Re: Summary of the LLMNR Last Call

Stuart Cheshire <> Sun, 18 September 2005 22:55 UTC

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Date: Sun, 18 Sep 2005 15:55:32 -0700
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From: Stuart Cheshire <>
To: "Margaret Wasserman" <>, <>
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Subject: Re: Summary of the LLMNR Last Call
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>(3) Separate, but perhaps underlying both of the previous issues, 
>there seems be a fundamental disagreement about what technical 
>approach we should take to link-local name lookup.  LLMNR takes the 
>approach that local lookups should use the same names as global 
>lookups and that upper layers should not care whether a name was 
>resolved in the global DNS or locally, essentially making the local 
>lookup mechanism an extension of the DNS.  mDNS takes the approach 
>that local lookups should be distinguishable from global lookups and 
>accomplishes this through the use of a special local domain (.local).

This claim is one of the bits of misinformation that seems to be spread 
about mDNS for some reason. It's repeated so often that people who 
haven't read the draft assume it's true.

Even on Mac OS 9, five years ago, if you looked up "" and had 
no unicast DNS servers configured, it would look it up via mDNS instead. 
The difference is that we were profoundly nervous about the implications 
of doing this without adequate security, which is why 
draft-cheshire-dnsext-multicastdns.txt allows multicast lookups for 
non-local names, but says:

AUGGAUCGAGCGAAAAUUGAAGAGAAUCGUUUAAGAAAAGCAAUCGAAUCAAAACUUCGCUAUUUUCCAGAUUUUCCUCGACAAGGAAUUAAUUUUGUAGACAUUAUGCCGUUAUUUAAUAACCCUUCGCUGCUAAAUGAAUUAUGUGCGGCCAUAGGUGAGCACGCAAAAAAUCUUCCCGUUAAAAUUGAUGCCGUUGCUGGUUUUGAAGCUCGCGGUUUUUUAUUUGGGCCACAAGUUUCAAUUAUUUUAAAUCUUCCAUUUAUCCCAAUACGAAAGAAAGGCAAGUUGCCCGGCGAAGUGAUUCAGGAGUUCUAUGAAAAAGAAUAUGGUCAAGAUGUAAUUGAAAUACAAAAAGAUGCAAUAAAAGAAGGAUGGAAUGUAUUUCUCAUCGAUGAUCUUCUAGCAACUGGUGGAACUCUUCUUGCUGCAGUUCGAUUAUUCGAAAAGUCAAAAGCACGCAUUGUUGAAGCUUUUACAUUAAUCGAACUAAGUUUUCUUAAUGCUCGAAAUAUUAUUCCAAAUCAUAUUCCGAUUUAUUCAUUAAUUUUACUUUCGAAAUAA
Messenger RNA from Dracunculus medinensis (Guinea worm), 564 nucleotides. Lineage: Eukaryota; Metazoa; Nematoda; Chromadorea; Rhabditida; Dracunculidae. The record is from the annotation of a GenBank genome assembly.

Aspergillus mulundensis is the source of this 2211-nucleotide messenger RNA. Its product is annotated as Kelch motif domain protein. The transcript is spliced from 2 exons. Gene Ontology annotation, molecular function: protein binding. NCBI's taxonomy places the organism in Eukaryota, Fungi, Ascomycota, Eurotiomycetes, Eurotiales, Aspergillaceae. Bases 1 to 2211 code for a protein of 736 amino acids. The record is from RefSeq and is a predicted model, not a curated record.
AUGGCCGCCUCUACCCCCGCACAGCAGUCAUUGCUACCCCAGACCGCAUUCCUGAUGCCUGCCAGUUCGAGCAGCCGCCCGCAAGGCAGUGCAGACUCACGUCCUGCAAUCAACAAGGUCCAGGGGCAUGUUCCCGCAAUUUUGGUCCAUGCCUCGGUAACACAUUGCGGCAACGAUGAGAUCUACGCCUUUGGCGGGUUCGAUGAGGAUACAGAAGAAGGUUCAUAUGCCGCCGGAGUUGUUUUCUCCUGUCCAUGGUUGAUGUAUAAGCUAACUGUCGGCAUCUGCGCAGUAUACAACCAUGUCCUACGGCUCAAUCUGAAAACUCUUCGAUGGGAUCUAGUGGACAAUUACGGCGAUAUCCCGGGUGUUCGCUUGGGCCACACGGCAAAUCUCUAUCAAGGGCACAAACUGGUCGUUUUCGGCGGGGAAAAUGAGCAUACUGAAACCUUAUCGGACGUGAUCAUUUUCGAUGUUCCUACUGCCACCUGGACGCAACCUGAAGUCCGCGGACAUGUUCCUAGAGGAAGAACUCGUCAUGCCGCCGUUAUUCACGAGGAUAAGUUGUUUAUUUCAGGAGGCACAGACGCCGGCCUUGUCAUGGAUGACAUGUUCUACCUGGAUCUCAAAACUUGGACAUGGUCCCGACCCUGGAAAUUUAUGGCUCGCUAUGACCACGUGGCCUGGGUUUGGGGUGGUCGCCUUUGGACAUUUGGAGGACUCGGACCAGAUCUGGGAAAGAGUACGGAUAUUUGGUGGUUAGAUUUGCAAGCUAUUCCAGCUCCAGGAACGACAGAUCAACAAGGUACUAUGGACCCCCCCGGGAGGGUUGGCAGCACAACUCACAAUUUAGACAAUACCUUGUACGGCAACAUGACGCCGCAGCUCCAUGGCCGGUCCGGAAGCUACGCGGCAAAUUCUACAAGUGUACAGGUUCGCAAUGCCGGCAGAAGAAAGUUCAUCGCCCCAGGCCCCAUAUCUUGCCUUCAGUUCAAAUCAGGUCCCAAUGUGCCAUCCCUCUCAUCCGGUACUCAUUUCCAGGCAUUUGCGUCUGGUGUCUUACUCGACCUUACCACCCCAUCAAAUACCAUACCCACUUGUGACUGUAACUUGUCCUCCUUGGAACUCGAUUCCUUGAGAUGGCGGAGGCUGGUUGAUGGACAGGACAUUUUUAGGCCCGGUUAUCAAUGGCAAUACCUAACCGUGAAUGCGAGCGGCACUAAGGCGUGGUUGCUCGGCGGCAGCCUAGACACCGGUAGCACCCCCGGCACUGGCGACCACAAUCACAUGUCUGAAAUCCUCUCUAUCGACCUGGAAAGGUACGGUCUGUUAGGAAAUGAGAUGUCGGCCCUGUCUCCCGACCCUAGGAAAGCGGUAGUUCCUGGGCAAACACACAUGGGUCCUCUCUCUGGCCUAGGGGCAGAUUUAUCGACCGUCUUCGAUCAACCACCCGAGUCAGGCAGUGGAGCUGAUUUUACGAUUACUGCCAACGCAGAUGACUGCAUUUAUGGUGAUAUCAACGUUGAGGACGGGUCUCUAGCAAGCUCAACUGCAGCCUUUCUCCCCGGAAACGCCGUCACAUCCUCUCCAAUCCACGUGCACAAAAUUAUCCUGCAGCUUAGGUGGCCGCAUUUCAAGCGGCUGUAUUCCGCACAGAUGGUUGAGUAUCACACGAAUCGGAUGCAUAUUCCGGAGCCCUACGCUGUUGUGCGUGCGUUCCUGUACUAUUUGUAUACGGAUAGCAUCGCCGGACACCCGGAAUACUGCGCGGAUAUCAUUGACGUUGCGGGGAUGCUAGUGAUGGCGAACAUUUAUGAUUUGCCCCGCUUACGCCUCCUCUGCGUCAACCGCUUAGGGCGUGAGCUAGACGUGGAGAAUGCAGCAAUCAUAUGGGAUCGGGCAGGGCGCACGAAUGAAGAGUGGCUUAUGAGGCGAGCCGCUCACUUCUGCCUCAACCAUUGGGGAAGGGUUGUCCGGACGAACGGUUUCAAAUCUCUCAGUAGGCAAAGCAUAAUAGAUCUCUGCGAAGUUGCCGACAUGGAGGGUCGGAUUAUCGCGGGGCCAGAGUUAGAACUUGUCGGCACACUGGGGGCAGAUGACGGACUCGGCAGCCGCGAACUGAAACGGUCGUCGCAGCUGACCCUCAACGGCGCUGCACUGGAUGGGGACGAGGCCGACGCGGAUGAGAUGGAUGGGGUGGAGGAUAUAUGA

(14. Enabling and Disabling Multicast DNS)

   The option to fail-over to Multicast DNS for names not ending
   in ".local." SHOULD be a user-configured option, and SHOULD
   be disabled by default because of the possible security issues
   related to unintended local resolution of apparently global names.

   (24. Security Considerations)

   When DNS queries for *global* DNS names are sent to the mDNS
   multicast address (during network outages which disrupt communication
   with the greater Internet) it is *especially* important to use
   DNSSEC, because the user may have the impression that he or she is
   communicating with some authentic host, when in fact he or she is
   really communicating with some local host that is merely masquerading
   as that name.

The difference between mDNS and LLMNR is not in their lookup of global 
names, but that mDNS *also* designates a special sub-tree of the 
namespace where users explicitly have different security expectations. We 
have an expectation of what means. Our expectation of what 
webserver.local means is different -- we know it's just a local, 
temporary, transient name. We might do on-line banking at, but never at moneybank.local.

Stuart Cheshire <>
 * Wizard Without Portfolio, Apple Computer, Inc.

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